Michael: Chinese can wear the same clothes and shoes as Taiwanese, but when they are talking, they are not able to hide their Chinese souls which come from a different cultural and social upbringing in today’s China. When I talk to Taiwanese people, they are usually more relaxed and able to balance the point of view. I know China and I have a lot of Chinese friends. I also like them, but whenever people comment on China’s problems, they are highly defensive even though those Chinese people have been living abroad for a long time. Chinese people are over proud of their own country. There are also things that Taiwanese are proud of, but they are more willing to listen to the views from the outside world, and they also allow foreigners’ criticize . This is one of the biggest differences I see between Taiwanese and Chinese.
Self-identification comes from the surrounding environment, a person can learn correct history, but the history given to the Chinese is the version given by the Communist Party in China.
Q: You have just mentioned the referendum, but the proposal of ECFA referendum was rejected by legislator Yuan. Do you have any suggestions?
Michael: The people of Taiwan do not have many choices; KMT occupies the majority of seats in the parliament. The ECFA is now ready to go ahead and the current parliament cannot or will not reject it. Referendum is a very important mechanism; but there will be  no referendum in Taiwan, thus, in order to show criticism of ECFA the Taiwanese has to be political if they are not satisfied with the content of ECFA.
They should  pass the dissenting voices into democratic voices in the next legislative and presidential election, Taiwanese people can evaluate carefully  the current government’s policy and ask if this is what we want? Should we continue walking in the same direction? Is this development my future destination? Do we need another government with other policy direction?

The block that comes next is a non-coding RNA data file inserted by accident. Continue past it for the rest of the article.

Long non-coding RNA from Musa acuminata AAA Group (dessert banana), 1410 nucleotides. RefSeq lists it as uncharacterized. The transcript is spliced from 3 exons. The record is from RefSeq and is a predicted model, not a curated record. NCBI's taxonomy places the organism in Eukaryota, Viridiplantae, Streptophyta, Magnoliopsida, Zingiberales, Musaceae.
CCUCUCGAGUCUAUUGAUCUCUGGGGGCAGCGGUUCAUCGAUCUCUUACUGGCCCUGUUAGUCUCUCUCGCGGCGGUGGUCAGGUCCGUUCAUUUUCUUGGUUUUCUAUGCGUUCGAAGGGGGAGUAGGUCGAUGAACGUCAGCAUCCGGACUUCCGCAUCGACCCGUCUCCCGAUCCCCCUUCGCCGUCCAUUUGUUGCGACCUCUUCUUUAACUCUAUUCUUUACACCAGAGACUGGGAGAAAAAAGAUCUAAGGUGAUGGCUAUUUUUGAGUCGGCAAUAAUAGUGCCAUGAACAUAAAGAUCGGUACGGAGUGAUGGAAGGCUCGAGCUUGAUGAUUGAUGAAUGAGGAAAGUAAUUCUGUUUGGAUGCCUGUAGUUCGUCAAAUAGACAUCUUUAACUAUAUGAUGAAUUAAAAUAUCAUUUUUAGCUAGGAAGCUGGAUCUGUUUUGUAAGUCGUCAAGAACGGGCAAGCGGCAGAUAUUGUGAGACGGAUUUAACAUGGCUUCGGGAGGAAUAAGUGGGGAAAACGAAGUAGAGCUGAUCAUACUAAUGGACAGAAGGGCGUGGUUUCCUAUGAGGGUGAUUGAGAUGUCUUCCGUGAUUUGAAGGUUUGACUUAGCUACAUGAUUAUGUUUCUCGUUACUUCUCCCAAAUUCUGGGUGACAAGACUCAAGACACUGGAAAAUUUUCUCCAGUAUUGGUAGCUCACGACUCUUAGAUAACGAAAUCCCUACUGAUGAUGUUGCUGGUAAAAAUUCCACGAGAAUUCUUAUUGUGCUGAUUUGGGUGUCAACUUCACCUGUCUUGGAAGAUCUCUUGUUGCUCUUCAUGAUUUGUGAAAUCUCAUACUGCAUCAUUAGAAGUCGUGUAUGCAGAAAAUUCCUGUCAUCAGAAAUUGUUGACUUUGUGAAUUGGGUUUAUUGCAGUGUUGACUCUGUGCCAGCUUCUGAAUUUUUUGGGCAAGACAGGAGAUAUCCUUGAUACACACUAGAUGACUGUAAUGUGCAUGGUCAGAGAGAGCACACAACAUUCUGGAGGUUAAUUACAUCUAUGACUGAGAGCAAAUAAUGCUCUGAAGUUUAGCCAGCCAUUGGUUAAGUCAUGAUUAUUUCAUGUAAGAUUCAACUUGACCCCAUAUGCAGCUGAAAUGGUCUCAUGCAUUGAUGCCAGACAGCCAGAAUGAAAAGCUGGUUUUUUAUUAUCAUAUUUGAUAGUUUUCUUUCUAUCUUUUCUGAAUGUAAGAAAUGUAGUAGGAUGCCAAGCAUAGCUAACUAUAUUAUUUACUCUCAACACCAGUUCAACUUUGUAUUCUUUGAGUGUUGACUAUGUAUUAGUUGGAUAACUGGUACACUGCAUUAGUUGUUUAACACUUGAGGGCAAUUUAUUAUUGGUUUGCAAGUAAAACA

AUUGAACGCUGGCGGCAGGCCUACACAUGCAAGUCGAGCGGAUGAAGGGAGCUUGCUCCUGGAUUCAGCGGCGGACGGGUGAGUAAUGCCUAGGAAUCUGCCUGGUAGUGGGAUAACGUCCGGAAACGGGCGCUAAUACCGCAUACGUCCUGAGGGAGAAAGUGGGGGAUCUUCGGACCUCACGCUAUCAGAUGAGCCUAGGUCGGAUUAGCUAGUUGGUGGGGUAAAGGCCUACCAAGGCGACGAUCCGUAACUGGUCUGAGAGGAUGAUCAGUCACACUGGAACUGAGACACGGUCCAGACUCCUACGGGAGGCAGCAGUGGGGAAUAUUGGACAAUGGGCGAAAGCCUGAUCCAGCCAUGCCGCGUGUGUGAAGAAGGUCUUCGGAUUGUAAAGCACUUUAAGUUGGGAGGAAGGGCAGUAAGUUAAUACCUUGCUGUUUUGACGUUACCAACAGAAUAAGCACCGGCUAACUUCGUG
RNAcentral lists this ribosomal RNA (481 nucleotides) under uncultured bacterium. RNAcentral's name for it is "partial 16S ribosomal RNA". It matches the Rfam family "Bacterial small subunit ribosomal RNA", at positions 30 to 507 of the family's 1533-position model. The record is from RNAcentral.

In the present situation, Taiwan’s overall policy direction is moving towards unification with China, it is slow but very clear. So Taiwanese people have to think about if this is what they want? Another importance point of choosing another political party is whether the party can bring a stable economy. If you have children, you of course want to give your children more opportunities in the future. If the general economic improves and the unemployment rate drops in 2010, then this indicate the current direction of the government policy is beneficial and helpful in the short term. On the contrary, if people do not have access to better job opportunities in order to improve the economic life, the people will naturally think that the road towards to China should not be continued.
There is no political party that would like to hurt the national economy. For young people, the future development is the subject which has their greatest concern. Democracy is not an “of course” matter, if you do not work hard to pursuit it, it will not last forever. Democracy is a very important cornerstone for Taiwan. If unification comes one day, I do not believe that Taiwan’s democracy can be continued. I can understand that Taiwanese people’s desire to improve the economy and have a better life, but for your children and grandchildren, no to unification is a better way for the long term view. I heard a song called “Release Me” which reminds me of Taiwan. Taiwan has been imprisoned for sixty years after the World War II, and now what it needs the most is to be released, and Taiwan’s future needs to be decided by Taiwanese people themselves.